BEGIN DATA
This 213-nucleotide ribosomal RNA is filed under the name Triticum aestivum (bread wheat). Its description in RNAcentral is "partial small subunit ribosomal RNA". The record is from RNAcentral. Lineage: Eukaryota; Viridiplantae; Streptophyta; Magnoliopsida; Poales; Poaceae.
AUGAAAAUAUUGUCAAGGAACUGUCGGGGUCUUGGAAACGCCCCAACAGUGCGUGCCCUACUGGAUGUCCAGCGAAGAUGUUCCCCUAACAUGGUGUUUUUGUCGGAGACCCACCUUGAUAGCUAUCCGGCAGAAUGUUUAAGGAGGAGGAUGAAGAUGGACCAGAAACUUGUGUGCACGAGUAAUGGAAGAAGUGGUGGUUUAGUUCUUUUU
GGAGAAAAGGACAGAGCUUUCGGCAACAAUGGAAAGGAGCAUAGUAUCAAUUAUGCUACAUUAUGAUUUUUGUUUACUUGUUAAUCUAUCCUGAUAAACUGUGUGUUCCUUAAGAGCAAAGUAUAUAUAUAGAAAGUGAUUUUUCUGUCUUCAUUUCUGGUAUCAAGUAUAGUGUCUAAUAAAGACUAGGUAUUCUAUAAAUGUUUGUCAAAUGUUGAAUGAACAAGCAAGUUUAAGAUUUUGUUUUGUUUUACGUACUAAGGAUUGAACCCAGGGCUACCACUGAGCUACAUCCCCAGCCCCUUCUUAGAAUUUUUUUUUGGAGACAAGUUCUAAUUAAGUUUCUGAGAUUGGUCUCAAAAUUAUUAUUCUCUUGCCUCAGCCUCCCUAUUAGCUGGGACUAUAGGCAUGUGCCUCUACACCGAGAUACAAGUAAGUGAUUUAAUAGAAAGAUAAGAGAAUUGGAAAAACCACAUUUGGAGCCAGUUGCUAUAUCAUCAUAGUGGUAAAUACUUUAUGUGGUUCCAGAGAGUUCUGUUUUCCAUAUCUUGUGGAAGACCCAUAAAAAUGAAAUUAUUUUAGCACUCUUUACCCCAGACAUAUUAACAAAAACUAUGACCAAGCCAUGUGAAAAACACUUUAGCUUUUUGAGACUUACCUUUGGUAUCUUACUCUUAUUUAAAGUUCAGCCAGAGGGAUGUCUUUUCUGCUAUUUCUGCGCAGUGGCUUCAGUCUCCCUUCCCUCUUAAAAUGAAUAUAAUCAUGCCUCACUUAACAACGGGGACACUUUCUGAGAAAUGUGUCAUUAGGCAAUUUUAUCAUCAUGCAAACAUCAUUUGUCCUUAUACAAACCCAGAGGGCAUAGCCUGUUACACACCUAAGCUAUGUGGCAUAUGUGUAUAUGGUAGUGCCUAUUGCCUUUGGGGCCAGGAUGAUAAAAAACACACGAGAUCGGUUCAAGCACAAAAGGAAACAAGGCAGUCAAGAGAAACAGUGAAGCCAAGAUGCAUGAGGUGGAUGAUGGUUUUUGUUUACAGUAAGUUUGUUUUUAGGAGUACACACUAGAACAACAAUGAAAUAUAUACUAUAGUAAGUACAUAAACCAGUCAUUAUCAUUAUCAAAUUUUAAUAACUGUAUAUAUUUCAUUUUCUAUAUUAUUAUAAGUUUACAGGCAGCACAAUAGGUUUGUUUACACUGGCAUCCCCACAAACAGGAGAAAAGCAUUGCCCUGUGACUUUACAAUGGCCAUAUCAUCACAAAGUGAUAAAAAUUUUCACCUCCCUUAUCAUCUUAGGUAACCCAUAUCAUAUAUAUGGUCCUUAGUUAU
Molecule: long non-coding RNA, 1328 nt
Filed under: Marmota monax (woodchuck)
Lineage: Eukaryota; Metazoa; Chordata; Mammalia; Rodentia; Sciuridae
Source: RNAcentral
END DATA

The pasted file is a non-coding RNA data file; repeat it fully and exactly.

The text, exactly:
This 213-nucleotide ribosomal RNA is filed under the name Triticum aestivum (bread wheat). Its description in RNAcentral is "partial small subunit ribosomal RNA". The record is from RNAcentral. Lineage: Eukaryota; Viridiplantae; Streptophyta; Magnoliopsida; Poales; Poaceae.
AUGAAAAUAUUGUCAAGGAACUGUCGGGGUCUUGGAAACGCCCCAACAGUGCGUGCCCUACUGGAUGUCCAGCGAAGAUGUUCCCCUAACAUGGUGUUUUUGUCGGAGACCCACCUUGAUAGCUAUCCGGCAGAAUGUUUAAGGAGGAGGAUGAAGAUGGACCAGAAACUUGUGUGCACGAGUAAUGGAAGAAGUGGUGGUUUAGUUCUUUUU
GGAGAAAAGGACAGAGCUUUCGGCAACAAUGGAAAGGAGCAUAGUAUCAAUUAUGCUACAUUAUGAUUUUUGUUUACUUGUUAAUCUAUCCUGAUAAACUGUGUGUUCCUUAAGAGCAAAGUAUAUAUAUAGAAAGUGAUUUUUCUGUCUUCAUUUCUGGUAUCAAGUAUAGUGUCUAAUAAAGACUAGGUAUUCUAUAAAUGUUUGUCAAAUGUUGAAUGAACAAGCAAGUUUAAGAUUUUGUUUUGUUUUACGUACUAAGGAUUGAACCCAGGGCUACCACUGAGCUACAUCCCCAGCCCCUUCUUAGAAUUUUUUUUUGGAGACAAGUUCUAAUUAAGUUUCUGAGAUUGGUCUCAAAAUUAUUAUUCUCUUGCCUCAGCCUCCCUAUUAGCUGGGACUAUAGGCAUGUGCCUCUACACCGAGAUACAAGUAAGUGAUUUAAUAGAAAGAUAAGAGAAUUGGAAAAACCACAUUUGGAGCCAGUUGCUAUAUCAUCAUAGUGGUAAAUACUUUAUGUGGUUCCAGAGAGUUCUGUUUUCCAUAUCUUGUGGAAGACCCAUAAAAAUGAAAUUAUUUUAGCACUCUUUACCCCAGACAUAUUAACAAAAACUAUGACCAAGCCAUGUGAAAAACACUUUAGCUUUUUGAGACUUACCUUUGGUAUCUUACUCUUAUUUAAAGUUCAGCCAGAGGGAUGUCUUUUCUGCUAUUUCUGCGCAGUGGCUUCAGUCUCCCUUCCCUCUUAAAAUGAAUAUAAUCAUGCCUCACUUAACAACGGGGACACUUUCUGAGAAAUGUGUCAUUAGGCAAUUUUAUCAUCAUGCAAACAUCAUUUGUCCUUAUACAAACCCAGAGGGCAUAGCCUGUUACACACCUAAGCUAUGUGGCAUAUGUGUAUAUGGUAGUGCCUAUUGCCUUUGGGGCCAGGAUGAUAAAAAACACACGAGAUCGGUUCAAGCACAAAAGGAAACAAGGCAGUCAAGAGAAACAGUGAAGCCAAGAUGCAUGAGGUGGAUGAUGGUUUUUGUUUACAGUAAGUUUGUUUUUAGGAGUACACACUAGAACAACAAUGAAAUAUAUACUAUAGUAAGUACAUAAACCAGUCAUUAUCAUUAUCAAAUUUUAAUAACUGUAUAUAUUUCAUUUUCUAUAUUAUUAUAAGUUUACAGGCAGCACAAUAGGUUUGUUUACACUGGCAUCCCCACAAACAGGAGAAAAGCAUUGCCCUGUGACUUUACAAUGGCCAUAUCAUCACAAAGUGAUAAAAAUUUUCACCUCCCUUAUCAUCUUAGGUAACCCAUAUCAUAUAUAUGGUCCUUAGUUAU
Molecule: long non-coding RNA, 1328 nt
Filed under: Marmota monax (woodchuck)
Lineage: Eukaryota; Metazoa; Chordata; Mammalia; Rodentia; Sciuridae
Source: RNAcentral